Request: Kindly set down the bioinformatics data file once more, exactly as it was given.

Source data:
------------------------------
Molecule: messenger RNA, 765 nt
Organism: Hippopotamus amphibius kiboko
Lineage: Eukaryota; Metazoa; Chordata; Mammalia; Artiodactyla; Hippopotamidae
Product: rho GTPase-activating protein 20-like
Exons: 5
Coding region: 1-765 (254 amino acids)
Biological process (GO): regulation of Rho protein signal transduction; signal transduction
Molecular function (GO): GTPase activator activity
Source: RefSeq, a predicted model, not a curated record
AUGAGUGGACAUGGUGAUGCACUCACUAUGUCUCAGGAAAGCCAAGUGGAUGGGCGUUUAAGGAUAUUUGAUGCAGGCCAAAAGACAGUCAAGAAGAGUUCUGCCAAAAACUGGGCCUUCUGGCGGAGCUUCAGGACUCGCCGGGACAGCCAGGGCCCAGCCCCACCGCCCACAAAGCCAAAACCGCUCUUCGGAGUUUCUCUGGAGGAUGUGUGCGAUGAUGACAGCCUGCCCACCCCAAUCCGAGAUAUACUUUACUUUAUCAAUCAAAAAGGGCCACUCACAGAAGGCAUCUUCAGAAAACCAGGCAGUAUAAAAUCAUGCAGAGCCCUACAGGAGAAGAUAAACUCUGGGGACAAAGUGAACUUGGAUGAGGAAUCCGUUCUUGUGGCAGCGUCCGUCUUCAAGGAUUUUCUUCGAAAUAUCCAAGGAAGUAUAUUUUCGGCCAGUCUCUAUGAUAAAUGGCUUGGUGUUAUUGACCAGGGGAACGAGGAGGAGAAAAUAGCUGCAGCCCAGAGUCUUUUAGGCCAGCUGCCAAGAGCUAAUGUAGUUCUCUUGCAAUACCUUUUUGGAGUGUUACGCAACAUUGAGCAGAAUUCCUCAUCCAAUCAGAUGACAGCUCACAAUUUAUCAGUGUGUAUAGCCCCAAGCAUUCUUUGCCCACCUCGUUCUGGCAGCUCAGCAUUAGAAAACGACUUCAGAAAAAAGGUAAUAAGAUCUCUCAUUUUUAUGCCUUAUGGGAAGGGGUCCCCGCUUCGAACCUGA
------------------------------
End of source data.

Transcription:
Molecule: messenger RNA, 765 nt
Organism: Hippopotamus amphibius kiboko
Lineage: Eukaryota; Metazoa; Chordata; Mammalia; Artiodactyla; Hippopotamidae
Product: rho GTPase-activating protein 20-like
Exons: 5
Coding region: 1-765 (254 amino acids)
Biological process (GO): regulation of Rho protein signal transduction; signal transduction
Molecular function (GO): GTPase activator activity
Source: RefSeq, a predicted model, not a curated record
AUGAGUGGACAUGGUGAUGCACUCACUAUGUCUCAGGAAAGCCAAGUGGAUGGGCGUUUAAGGAUAUUUGAUGCAGGCCAAAAGACAGUCAAGAAGAGUUCUGCCAAAAACUGGGCCUUCUGGCGGAGCUUCAGGACUCGCCGGGACAGCCAGGGCCCAGCCCCACCGCCCACAAAGCCAAAACCGCUCUUCGGAGUUUCUCUGGAGGAUGUGUGCGAUGAUGACAGCCUGCCCACCCCAAUCCGAGAUAUACUUUACUUUAUCAAUCAAAAAGGGCCACUCACAGAAGGCAUCUUCAGAAAACCAGGCAGUAUAAAAUCAUGCAGAGCCCUACAGGAGAAGAUAAACUCUGGGGACAAAGUGAACUUGGAUGAGGAAUCCGUUCUUGUGGCAGCGUCCGUCUUCAAGGAUUUUCUUCGAAAUAUCCAAGGAAGUAUAUUUUCGGCCAGUCUCUAUGAUAAAUGGCUUGGUGUUAUUGACCAGGGGAACGAGGAGGAGAAAAUAGCUGCAGCCCAGAGUCUUUUAGGCCAGCUGCCAAGAGCUAAUGUAGUUCUCUUGCAAUACCUUUUUGGAGUGUUACGCAACAUUGAGCAGAAUUCCUCAUCCAAUCAGAUGACAGCUCACAAUUUAUCAGUGUGUAUAGCCCCAAGCAUUCUUUGCCCACCUCGUUCUGGCAGCUCAGCAUUAGAAAACGACUUCAGAAAAAAGGUAAUAAGAUCUCUCAUUUUUAUGCCUUAUGGGAAGGGGUCCCCGCUUCGAACCUGA